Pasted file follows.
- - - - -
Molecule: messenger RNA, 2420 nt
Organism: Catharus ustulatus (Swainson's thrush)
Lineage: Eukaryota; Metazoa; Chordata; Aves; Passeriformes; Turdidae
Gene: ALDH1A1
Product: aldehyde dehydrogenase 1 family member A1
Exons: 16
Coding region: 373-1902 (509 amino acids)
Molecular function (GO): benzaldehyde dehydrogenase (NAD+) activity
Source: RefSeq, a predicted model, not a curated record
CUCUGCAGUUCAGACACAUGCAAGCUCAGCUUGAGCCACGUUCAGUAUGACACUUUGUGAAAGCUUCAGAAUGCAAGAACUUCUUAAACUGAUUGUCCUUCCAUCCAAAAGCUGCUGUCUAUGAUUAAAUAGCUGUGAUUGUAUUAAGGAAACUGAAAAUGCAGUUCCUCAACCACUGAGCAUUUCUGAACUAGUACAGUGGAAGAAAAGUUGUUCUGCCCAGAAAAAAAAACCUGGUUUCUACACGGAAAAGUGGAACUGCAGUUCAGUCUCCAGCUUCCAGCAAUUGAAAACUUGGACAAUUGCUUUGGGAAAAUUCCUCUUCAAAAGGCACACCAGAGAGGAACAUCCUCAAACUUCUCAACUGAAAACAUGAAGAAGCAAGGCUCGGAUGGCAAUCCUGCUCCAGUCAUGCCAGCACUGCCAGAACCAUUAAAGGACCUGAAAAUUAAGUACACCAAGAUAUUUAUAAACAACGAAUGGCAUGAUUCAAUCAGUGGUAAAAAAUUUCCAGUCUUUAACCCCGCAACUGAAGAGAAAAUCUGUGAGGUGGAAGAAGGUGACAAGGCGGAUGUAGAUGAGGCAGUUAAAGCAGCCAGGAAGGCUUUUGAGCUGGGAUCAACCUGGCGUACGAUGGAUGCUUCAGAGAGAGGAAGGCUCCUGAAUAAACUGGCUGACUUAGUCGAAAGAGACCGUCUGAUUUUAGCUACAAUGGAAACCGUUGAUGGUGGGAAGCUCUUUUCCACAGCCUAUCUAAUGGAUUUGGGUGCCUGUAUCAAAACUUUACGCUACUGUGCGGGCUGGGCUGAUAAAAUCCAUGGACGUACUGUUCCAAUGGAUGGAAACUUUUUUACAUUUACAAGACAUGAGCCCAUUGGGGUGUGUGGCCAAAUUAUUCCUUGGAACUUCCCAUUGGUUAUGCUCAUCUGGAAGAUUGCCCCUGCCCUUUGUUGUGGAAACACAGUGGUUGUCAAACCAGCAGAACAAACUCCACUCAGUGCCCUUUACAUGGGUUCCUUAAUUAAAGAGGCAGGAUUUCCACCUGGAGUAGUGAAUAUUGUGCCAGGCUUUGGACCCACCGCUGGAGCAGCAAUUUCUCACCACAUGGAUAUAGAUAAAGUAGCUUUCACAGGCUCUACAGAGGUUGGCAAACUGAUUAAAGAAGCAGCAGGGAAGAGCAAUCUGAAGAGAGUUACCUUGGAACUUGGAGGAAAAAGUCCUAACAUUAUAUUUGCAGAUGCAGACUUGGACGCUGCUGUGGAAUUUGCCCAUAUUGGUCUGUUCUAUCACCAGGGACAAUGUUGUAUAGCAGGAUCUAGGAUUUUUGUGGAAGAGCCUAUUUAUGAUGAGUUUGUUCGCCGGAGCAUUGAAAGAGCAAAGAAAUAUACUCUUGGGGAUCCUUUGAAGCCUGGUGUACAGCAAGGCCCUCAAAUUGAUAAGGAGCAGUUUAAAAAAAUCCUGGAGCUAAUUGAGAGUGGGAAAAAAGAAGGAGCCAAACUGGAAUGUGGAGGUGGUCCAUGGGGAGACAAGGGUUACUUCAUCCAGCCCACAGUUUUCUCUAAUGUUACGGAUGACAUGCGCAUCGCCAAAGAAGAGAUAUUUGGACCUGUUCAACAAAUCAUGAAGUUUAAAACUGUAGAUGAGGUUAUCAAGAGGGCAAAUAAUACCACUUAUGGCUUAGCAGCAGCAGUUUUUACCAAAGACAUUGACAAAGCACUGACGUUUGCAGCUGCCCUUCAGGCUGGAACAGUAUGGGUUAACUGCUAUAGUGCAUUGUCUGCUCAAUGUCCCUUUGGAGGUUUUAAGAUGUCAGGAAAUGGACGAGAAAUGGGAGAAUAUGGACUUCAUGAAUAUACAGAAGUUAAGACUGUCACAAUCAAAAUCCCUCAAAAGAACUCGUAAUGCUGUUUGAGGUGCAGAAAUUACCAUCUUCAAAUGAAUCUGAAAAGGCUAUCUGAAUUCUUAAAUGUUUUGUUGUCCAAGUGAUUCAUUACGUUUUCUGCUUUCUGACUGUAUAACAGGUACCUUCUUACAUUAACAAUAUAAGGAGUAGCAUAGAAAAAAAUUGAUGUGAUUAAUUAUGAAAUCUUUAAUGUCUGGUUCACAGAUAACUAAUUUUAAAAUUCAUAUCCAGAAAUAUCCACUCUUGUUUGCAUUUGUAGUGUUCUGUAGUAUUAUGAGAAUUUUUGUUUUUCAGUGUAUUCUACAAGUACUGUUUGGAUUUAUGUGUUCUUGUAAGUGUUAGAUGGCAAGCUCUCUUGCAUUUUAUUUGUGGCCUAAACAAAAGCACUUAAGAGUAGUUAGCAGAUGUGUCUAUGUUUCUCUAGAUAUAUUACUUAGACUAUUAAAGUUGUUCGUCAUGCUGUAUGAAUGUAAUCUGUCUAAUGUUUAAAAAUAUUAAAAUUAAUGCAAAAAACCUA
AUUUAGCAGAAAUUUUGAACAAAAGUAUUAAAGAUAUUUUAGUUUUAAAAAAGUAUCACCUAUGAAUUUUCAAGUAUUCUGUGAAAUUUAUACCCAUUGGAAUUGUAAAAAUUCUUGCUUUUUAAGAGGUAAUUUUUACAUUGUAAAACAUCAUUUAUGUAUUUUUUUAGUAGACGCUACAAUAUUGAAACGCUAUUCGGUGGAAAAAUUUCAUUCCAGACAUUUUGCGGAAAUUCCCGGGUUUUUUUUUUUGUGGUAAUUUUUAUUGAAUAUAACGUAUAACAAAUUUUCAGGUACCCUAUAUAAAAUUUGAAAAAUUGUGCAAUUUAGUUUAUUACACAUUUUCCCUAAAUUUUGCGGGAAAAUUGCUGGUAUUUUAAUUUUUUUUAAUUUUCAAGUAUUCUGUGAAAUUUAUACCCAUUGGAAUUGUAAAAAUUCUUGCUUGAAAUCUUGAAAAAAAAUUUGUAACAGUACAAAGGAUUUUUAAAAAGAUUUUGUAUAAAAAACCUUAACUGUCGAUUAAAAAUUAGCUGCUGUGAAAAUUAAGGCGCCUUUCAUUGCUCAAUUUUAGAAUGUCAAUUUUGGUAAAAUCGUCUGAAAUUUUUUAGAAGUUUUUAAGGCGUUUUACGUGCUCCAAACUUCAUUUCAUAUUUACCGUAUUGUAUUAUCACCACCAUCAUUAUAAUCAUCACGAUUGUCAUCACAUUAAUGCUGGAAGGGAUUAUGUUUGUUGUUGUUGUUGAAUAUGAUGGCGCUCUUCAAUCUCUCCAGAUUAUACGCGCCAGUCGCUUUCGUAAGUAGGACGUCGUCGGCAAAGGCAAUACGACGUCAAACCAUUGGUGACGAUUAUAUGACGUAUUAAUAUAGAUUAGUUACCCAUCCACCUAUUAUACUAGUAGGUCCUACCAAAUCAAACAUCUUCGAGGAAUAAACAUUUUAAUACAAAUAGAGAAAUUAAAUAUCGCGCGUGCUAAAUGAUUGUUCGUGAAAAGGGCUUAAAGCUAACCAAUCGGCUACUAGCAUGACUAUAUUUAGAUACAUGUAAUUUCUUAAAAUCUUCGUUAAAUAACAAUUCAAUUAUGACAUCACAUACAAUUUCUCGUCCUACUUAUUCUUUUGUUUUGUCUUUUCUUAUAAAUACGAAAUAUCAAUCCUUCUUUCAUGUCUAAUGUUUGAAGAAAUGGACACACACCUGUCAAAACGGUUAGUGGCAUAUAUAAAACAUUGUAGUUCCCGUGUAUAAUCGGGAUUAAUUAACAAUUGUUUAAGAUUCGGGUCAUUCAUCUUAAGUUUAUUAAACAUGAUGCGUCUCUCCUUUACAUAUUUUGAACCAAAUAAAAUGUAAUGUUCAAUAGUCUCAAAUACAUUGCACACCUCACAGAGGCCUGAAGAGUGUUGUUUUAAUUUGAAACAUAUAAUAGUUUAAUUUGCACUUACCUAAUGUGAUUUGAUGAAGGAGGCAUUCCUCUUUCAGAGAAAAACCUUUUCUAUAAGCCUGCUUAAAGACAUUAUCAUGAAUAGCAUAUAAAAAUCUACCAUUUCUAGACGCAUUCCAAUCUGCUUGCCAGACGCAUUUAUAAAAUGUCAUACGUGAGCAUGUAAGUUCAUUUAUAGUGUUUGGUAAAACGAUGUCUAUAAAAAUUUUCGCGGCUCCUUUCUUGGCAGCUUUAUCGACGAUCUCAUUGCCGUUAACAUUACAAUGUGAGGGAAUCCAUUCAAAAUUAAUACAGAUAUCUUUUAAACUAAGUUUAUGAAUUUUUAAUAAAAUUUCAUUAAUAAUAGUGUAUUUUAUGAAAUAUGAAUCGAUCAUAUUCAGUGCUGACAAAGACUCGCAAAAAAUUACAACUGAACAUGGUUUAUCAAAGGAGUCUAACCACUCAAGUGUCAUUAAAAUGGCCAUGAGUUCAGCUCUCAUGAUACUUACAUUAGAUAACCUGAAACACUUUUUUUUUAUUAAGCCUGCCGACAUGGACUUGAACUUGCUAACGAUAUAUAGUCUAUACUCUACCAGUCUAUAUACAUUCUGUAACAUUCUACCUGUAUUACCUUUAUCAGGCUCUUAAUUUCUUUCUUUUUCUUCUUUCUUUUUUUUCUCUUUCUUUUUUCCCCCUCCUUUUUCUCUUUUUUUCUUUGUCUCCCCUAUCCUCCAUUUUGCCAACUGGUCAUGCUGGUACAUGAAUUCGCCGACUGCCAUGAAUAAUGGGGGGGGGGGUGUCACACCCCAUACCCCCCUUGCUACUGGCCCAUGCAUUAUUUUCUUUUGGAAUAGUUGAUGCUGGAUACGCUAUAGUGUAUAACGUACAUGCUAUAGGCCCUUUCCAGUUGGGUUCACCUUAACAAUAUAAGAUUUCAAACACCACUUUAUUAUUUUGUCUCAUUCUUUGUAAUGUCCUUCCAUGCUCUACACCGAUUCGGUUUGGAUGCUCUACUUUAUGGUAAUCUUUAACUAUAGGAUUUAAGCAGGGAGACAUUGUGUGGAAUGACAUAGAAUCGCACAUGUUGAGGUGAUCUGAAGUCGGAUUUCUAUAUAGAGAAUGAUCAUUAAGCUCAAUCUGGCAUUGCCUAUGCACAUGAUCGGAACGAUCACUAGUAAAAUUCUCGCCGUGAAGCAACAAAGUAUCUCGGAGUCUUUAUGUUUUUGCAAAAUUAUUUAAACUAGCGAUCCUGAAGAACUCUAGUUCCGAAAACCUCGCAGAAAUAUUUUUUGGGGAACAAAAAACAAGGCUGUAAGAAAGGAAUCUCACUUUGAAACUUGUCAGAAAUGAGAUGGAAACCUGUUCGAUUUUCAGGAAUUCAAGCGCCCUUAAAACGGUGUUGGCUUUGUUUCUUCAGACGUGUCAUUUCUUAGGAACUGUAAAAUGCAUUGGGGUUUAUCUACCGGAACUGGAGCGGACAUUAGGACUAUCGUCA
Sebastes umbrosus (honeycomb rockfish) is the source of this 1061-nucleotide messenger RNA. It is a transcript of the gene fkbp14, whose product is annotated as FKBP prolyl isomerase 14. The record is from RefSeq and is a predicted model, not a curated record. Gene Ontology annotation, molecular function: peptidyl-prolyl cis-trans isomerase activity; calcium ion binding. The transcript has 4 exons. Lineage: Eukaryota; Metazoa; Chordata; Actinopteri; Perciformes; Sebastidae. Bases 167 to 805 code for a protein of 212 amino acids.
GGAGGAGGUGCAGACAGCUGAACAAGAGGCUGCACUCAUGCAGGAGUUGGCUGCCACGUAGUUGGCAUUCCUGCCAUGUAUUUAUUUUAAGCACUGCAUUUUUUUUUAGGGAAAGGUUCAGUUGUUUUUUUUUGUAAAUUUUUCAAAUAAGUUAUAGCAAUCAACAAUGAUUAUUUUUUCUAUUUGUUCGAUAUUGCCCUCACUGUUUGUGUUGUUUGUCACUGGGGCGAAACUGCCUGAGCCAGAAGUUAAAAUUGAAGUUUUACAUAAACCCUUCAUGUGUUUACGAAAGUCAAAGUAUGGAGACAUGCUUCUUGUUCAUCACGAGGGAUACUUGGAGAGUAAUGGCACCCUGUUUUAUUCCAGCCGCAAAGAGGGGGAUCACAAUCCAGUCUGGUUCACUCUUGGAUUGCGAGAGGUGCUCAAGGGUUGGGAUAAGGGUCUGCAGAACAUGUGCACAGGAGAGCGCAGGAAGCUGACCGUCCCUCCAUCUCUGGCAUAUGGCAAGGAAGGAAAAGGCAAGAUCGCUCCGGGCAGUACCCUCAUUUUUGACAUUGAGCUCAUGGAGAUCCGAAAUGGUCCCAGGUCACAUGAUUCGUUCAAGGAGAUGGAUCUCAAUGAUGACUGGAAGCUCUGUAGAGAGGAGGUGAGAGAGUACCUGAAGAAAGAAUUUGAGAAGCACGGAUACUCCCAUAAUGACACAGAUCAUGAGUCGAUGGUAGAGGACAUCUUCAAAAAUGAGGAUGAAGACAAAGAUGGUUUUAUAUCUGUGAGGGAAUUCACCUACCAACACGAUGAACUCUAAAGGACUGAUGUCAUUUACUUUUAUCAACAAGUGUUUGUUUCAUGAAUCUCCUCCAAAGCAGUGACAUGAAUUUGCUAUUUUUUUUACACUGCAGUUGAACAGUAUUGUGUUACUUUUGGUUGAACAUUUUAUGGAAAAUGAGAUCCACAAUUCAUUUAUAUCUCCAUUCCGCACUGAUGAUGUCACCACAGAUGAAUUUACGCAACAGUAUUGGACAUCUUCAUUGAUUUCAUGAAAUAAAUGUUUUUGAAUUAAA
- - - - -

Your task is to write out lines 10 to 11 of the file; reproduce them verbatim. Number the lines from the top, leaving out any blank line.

CUCUGCAGUUCAGACACAUGCAAGCUCAGCUUGAGCCACGUUCAGUAUGACACUUUGUGAAAGCUUCAGAAUGCAAGAACUUCUUAAACUGAUUGUCCUUCCAUCCAAAAGCUGCUGUCUAUGAUUAAAUAGCUGUGAUUGUAUUAAGGAAACUGAAAAUGCAGUUCCUCAACCACUGAGCAUUUCUGAACUAGUACAGUGGAAGAAAAGUUGUUCUGCCCAGAAAAAAAAACCUGGUUUCUACACGGAAAAGUGGAACUGCAGUUCAGUCUCCAGCUUCCAGCAAUUGAAAACUUGGACAAUUGCUUUGGGAAAAUUCCUCUUCAAAAGGCACACCAGAGAGGAACAUCCUCAAACUUCUCAACUGAAAACAUGAAGAAGCAAGGCUCGGAUGGCAAUCCUGCUCCAGUCAUGCCAGCACUGCCAGAACCAUUAAAGGACCUGAAAAUUAAGUACACCAAGAUAUUUAUAAACAACGAAUGGCAUGAUUCAAUCAGUGGUAAAAAAUUUCCAGUCUUUAACCCCGCAACUGAAGAGAAAAUCUGUGAGGUGGAAGAAGGUGACAAGGCGGAUGUAGAUGAGGCAGUUAAAGCAGCCAGGAAGGCUUUUGAGCUGGGAUCAACCUGGCGUACGAUGGAUGCUUCAGAGAGAGGAAGGCUCCUGAAUAAACUGGCUGACUUAGUCGAAAGAGACCGUCUGAUUUUAGCUACAAUGGAAACCGUUGAUGGUGGGAAGCUCUUUUCCACAGCCUAUCUAAUGGAUUUGGGUGCCUGUAUCAAAACUUUACGCUACUGUGCGGGCUGGGCUGAUAAAAUCCAUGGACGUACUGUUCCAAUGGAUGGAAACUUUUUUACAUUUACAAGACAUGAGCCCAUUGGGGUGUGUGGCCAAAUUAUUCCUUGGAACUUCCCAUUGGUUAUGCUCAUCUGGAAGAUUGCCCCUGCCCUUUGUUGUGGAAACACAGUGGUUGUCAAACCAGCAGAACAAACUCCACUCAGUGCCCUUUACAUGGGUUCCUUAAUUAAAGAGGCAGGAUUUCCACCUGGAGUAGUGAAUAUUGUGCCAGGCUUUGGACCCACCGCUGGAGCAGCAAUUUCUCACCACAUGGAUAUAGAUAAAGUAGCUUUCACAGGCUCUACAGAGGUUGGCAAACUGAUUAAAGAAGCAGCAGGGAAGAGCAAUCUGAAGAGAGUUACCUUGGAACUUGGAGGAAAAAGUCCUAACAUUAUAUUUGCAGAUGCAGACUUGGACGCUGCUGUGGAAUUUGCCCAUAUUGGUCUGUUCUAUCACCAGGGACAAUGUUGUAUAGCAGGAUCUAGGAUUUUUGUGGAAGAGCCUAUUUAUGAUGAGUUUGUUCGCCGGAGCAUUGAAAGAGCAAAGAAAUAUACUCUUGGGGAUCCUUUGAAGCCUGGUGUACAGCAAGGCCCUCAAAUUGAUAAGGAGCAGUUUAAAAAAAUCCUGGAGCUAAUUGAGAGUGGGAAAAAAGAAGGAGCCAAACUGGAAUGUGGAGGUGGUCCAUGGGGAGACAAGGGUUACUUCAUCCAGCCCACAGUUUUCUCUAAUGUUACGGAUGACAUGCGCAUCGCCAAAGAAGAGAUAUUUGGACCUGUUCAACAAAUCAUGAAGUUUAAAACUGUAGAUGAGGUUAUCAAGAGGGCAAAUAAUACCACUUAUGGCUUAGCAGCAGCAGUUUUUACCAAAGACAUUGACAAAGCACUGACGUUUGCAGCUGCCCUUCAGGCUGGAACAGUAUGGGUUAACUGCUAUAGUGCAUUGUCUGCUCAAUGUCCCUUUGGAGGUUUUAAGAUGUCAGGAAAUGGACGAGAAAUGGGAGAAUAUGGACUUCAUGAAUAUACAGAAGUUAAGACUGUCACAAUCAAAAUCCCUCAAAAGAACUCGUAAUGCUGUUUGAGGUGCAGAAAUUACCAUCUUCAAAUGAAUCUGAAAAGGCUAUCUGAAUUCUUAAAUGUUUUGUUGUCCAAGUGAUUCAUUACGUUUUCUGCUUUCUGACUGUAUAACAGGUACCUUCUUACAUUAACAAUAUAAGGAGUAGCAUAGAAAAAAAUUGAUGUGAUUAAUUAUGAAAUCUUUAAUGUCUGGUUCACAGAUAACUAAUUUUAAAAUUCAUAUCCAGAAAUAUCCACUCUUGUUUGCAUUUGUAGUGUUCUGUAGUAUUAUGAGAAUUUUUGUUUUUCAGUGUAUUCUACAAGUACUGUUUGGAUUUAUGUGUUCUUGUAAGUGUUAGAUGGCAAGCUCUCUUGCAUUUUAUUUGUGGCCUAAACAAAAGCACUUAAGAGUAGUUAGCAGAUGUGUCUAUGUUUCUCUAGAUAUAUUACUUAGACUAUUAAAGUUGUUCGUCAUGCUGUAUGAAUGUAAUCUGUCUAAUGUUUAAAAAUAUUAAAAUUAAUGCAAAAAACCUA
AUUUAGCAGAAAUUUUGAACAAAAGUAUUAAAGAUAUUUUAGUUUUAAAAAAGUAUCACCUAUGAAUUUUCAAGUAUUCUGUGAAAUUUAUACCCAUUGGAAUUGUAAAAAUUCUUGCUUUUUAAGAGGUAAUUUUUACAUUGUAAAACAUCAUUUAUGUAUUUUUUUAGUAGACGCUACAAUAUUGAAACGCUAUUCGGUGGAAAAAUUUCAUUCCAGACAUUUUGCGGAAAUUCCCGGGUUUUUUUUUUUGUGGUAAUUUUUAUUGAAUAUAACGUAUAACAAAUUUUCAGGUACCCUAUAUAAAAUUUGAAAAAUUGUGCAAUUUAGUUUAUUACACAUUUUCCCUAAAUUUUGCGGGAAAAUUGCUGGUAUUUUAAUUUUUUUUAAUUUUCAAGUAUUCUGUGAAAUUUAUACCCAUUGGAAUUGUAAAAAUUCUUGCUUGAAAUCUUGAAAAAAAAUUUGUAACAGUACAAAGGAUUUUUAAAAAGAUUUUGUAUAAAAAACCUUAACUGUCGAUUAAAAAUUAGCUGCUGUGAAAAUUAAGGCGCCUUUCAUUGCUCAAUUUUAGAAUGUCAAUUUUGGUAAAAUCGUCUGAAAUUUUUUAGAAGUUUUUAAGGCGUUUUACGUGCUCCAAACUUCAUUUCAUAUUUACCGUAUUGUAUUAUCACCACCAUCAUUAUAAUCAUCACGAUUGUCAUCACAUUAAUGCUGGAAGGGAUUAUGUUUGUUGUUGUUGUUGAAUAUGAUGGCGCUCUUCAAUCUCUCCAGAUUAUACGCGCCAGUCGCUUUCGUAAGUAGGACGUCGUCGGCAAAGGCAAUACGACGUCAAACCAUUGGUGACGAUUAUAUGACGUAUUAAUAUAGAUUAGUUACCCAUCCACCUAUUAUACUAGUAGGUCCUACCAAAUCAAACAUCUUCGAGGAAUAAACAUUUUAAUACAAAUAGAGAAAUUAAAUAUCGCGCGUGCUAAAUGAUUGUUCGUGAAAAGGGCUUAAAGCUAACCAAUCGGCUACUAGCAUGACUAUAUUUAGAUACAUGUAAUUUCUUAAAAUCUUCGUUAAAUAACAAUUCAAUUAUGACAUCACAUACAAUUUCUCGUCCUACUUAUUCUUUUGUUUUGUCUUUUCUUAUAAAUACGAAAUAUCAAUCCUUCUUUCAUGUCUAAUGUUUGAAGAAAUGGACACACACCUGUCAAAACGGUUAGUGGCAUAUAUAAAACAUUGUAGUUCCCGUGUAUAAUCGGGAUUAAUUAACAAUUGUUUAAGAUUCGGGUCAUUCAUCUUAAGUUUAUUAAACAUGAUGCGUCUCUCCUUUACAUAUUUUGAACCAAAUAAAAUGUAAUGUUCAAUAGUCUCAAAUACAUUGCACACCUCACAGAGGCCUGAAGAGUGUUGUUUUAAUUUGAAACAUAUAAUAGUUUAAUUUGCACUUACCUAAUGUGAUUUGAUGAAGGAGGCAUUCCUCUUUCAGAGAAAAACCUUUUCUAUAAGCCUGCUUAAAGACAUUAUCAUGAAUAGCAUAUAAAAAUCUACCAUUUCUAGACGCAUUCCAAUCUGCUUGCCAGACGCAUUUAUAAAAUGUCAUACGUGAGCAUGUAAGUUCAUUUAUAGUGUUUGGUAAAACGAUGUCUAUAAAAAUUUUCGCGGCUCCUUUCUUGGCAGCUUUAUCGACGAUCUCAUUGCCGUUAACAUUACAAUGUGAGGGAAUCCAUUCAAAAUUAAUACAGAUAUCUUUUAAACUAAGUUUAUGAAUUUUUAAUAAAAUUUCAUUAAUAAUAGUGUAUUUUAUGAAAUAUGAAUCGAUCAUAUUCAGUGCUGACAAAGACUCGCAAAAAAUUACAACUGAACAUGGUUUAUCAAAGGAGUCUAACCACUCAAGUGUCAUUAAAAUGGCCAUGAGUUCAGCUCUCAUGAUACUUACAUUAGAUAACCUGAAACACUUUUUUUUUAUUAAGCCUGCCGACAUGGACUUGAACUUGCUAACGAUAUAUAGUCUAUACUCUACCAGUCUAUAUACAUUCUGUAACAUUCUACCUGUAUUACCUUUAUCAGGCUCUUAAUUUCUUUCUUUUUCUUCUUUCUUUUUUUUCUCUUUCUUUUUUCCCCCUCCUUUUUCUCUUUUUUUCUUUGUCUCCCCUAUCCUCCAUUUUGCCAACUGGUCAUGCUGGUACAUGAAUUCGCCGACUGCCAUGAAUAAUGGGGGGGGGGGUGUCACACCCCAUACCCCCCUUGCUACUGGCCCAUGCAUUAUUUUCUUUUGGAAUAGUUGAUGCUGGAUACGCUAUAGUGUAUAACGUACAUGCUAUAGGCCCUUUCCAGUUGGGUUCACCUUAACAAUAUAAGAUUUCAAACACCACUUUAUUAUUUUGUCUCAUUCUUUGUAAUGUCCUUCCAUGCUCUACACCGAUUCGGUUUGGAUGCUCUACUUUAUGGUAAUCUUUAACUAUAGGAUUUAAGCAGGGAGACAUUGUGUGGAAUGACAUAGAAUCGCACAUGUUGAGGUGAUCUGAAGUCGGAUUUCUAUAUAGAGAAUGAUCAUUAAGCUCAAUCUGGCAUUGCCUAUGCACAUGAUCGGAACGAUCACUAGUAAAAUUCUCGCCGUGAAGCAACAAAGUAUCUCGGAGUCUUUAUGUUUUUGCAAAAUUAUUUAAACUAGCGAUCCUGAAGAACUCUAGUUCCGAAAACCUCGCAGAAAUAUUUUUUGGGGAACAAAAAACAAGGCUGUAAGAAAGGAAUCUCACUUUGAAACUUGUCAGAAAUGAGAUGGAAACCUGUUCGAUUUUCAGGAAUUCAAGCGCCCUUAAAACGGUGUUGGCUUUGUUUCUUCAGACGUGUCAUUUCUUAGGAACUGUAAAAUGCAUUGGGGUUUAUCUACCGGAACUGGAGCGGACAUUAGGACUAUCGUCA